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Letter to the President of the Senate and the Speaker of the House Transmitting Proposals To Establish New National Wilderness Areas

April 28, 1971

THE Wilderness Act of September 3, 1964, declared it to be the policy of the Congress to secure for the American people of present and future generations the benefits of an enduring resource of wilderness, and for that purpose the act established a National Wilderness Preservation System.

In my special message on the environment of February 8, 1971, I stressed the importance of wilderness areas as part of a comprehensive open space system. In these unspoiled lands, contemporary man can encounter the character and beauty of primitive America--and learn, through the encounter, the vital lesson of human interdependence with the natural environment.

Today, I am pleased to transmit fourteen proposals which would add to the National Wilderness System vast areas where nature still predominates. These areas are briefly described below.

(1) Simeonof National Wildlife Refuge, Alaska--25,140 acres of a unique wildlife environment: the biologically productive lands and waters of Simeonof Island off the coast of Alaska.

(2) North Cascades National Park, Washington--51,880 acres in two areas in North Cascades Park and Ross Lake and Lake Chelan National Recreation Areas. This nearly impenetrable wilderness includes rugged alpine mountains whose glaciers feed lakes and streams in the virgin forests below.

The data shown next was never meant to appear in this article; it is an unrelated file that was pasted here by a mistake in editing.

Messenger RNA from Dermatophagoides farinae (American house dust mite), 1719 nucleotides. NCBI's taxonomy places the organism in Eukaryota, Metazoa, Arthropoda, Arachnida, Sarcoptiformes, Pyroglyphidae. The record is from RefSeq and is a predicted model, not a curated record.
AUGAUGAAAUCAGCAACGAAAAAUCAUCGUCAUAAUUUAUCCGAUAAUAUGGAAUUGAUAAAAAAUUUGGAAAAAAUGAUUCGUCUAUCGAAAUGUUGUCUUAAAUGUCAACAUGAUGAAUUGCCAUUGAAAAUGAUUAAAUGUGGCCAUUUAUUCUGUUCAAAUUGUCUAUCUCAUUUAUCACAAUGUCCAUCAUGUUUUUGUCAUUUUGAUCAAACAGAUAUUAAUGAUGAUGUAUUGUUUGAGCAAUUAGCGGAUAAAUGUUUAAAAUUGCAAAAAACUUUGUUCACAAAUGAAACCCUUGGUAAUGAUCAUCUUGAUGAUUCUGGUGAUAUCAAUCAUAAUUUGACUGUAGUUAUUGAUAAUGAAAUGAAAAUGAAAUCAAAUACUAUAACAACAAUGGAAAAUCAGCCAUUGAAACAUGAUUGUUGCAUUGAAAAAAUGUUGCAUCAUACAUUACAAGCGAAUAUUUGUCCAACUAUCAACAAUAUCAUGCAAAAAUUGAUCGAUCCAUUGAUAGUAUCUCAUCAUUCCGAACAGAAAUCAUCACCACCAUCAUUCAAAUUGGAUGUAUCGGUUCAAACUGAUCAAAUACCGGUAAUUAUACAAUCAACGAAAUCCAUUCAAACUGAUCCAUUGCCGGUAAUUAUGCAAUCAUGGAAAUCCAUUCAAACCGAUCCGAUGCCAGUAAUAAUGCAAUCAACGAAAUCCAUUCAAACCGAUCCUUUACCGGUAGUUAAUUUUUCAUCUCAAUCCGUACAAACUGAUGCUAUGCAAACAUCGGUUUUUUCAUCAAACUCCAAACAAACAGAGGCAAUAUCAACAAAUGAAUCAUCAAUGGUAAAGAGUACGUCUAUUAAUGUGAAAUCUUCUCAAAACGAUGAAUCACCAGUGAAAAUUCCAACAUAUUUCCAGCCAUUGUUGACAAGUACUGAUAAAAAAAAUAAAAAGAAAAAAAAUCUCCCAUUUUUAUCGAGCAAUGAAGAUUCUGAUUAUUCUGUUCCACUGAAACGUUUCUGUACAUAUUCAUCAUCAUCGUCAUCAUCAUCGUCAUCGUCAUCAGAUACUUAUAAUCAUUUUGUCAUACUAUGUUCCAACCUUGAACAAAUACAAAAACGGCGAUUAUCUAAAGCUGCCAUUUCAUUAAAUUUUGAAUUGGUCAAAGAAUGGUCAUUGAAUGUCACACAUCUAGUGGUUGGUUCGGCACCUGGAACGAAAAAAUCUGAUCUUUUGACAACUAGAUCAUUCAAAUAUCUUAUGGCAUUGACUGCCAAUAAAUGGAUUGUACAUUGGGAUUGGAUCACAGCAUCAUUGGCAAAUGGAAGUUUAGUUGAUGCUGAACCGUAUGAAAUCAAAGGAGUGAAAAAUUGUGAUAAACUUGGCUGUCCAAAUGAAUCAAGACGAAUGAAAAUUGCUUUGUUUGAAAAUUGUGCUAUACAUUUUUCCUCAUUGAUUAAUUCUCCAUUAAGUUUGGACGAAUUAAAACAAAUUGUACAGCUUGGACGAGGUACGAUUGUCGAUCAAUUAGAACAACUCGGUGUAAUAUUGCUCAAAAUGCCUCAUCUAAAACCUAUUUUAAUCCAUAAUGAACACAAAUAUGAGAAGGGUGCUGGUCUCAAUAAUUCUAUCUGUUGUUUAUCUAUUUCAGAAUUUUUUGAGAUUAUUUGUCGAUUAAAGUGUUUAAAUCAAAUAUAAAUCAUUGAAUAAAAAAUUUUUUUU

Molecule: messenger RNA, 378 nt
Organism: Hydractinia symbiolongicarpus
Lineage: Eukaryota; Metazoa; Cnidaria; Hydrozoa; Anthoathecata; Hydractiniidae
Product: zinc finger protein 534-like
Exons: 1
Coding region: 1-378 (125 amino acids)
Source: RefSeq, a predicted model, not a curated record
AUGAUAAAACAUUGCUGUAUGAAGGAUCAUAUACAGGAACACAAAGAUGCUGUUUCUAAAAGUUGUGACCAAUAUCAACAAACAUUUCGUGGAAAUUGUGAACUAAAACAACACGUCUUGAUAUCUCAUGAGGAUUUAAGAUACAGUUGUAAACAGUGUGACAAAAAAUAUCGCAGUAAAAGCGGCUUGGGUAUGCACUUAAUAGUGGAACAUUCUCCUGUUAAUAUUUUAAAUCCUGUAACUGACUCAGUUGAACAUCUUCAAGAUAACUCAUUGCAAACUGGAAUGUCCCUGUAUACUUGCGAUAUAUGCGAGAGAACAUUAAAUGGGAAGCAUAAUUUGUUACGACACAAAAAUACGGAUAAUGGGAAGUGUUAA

(3) Isle Royale National Park, Michigan--120,588 acres of island wilderness in Lake Superior. Isle Royale is one of the few remaining areas where the North American timber wolf can be found along with other relatively rare species including the moose, beaver, mink and lynx.

(4) Sequoia and Kings Canyon National Parks, California--721,970 acres. With its abundant wildlife and groves of giant sequoia trees this area of the Sierra Nevada Mountains is an important site for scientific research concerning natural areas.

(5) Shenandoah National Park, Virginia--73,280 acres. The scenic grandeur of the Shenandoah's Blue Ridge is well known. This area is one of the few remaining examples of the vast mountain wildernesses that long ago stood as an obstacle before pioneers pushing westward.

(6) Breton National Wildlife Refuge, Louisiana--4,420 acres. The Chandeleur and Breton Islands of the northern Gulf of Mexico, which comprise this wilderness, are an important habitat for nesting shore birds, sea turtles and wintering waterfowl.

(7) Florida Keys National Wildlife Refuge--4,740 acres. Tropical vegetation, rare bird species, and Key deer native to this area are unique within the United States.

(8) West Sister National Wildlife Refuge, Ohio--85 acres. Located just nine miles east of Toledo, this island refuge serves as an important nesting area for egrets, herons, swallows, warblers and a host of other birds. The refuge is an exceptionally primitive landscape compared to the intensive land uses found along most of the Lake Erie shore.

(9) Chamisso National Wildlife Refuge, Alaska--455 acres. Located in Kotzebue Sound, this island group contains the largest marine bird nesting colony in northwestern Alaska. During annual migrations, the birds raised in this refuge contribute significantly to the abundance and variety of bird life along the coasts of Alaska, Washington, Oregon and California.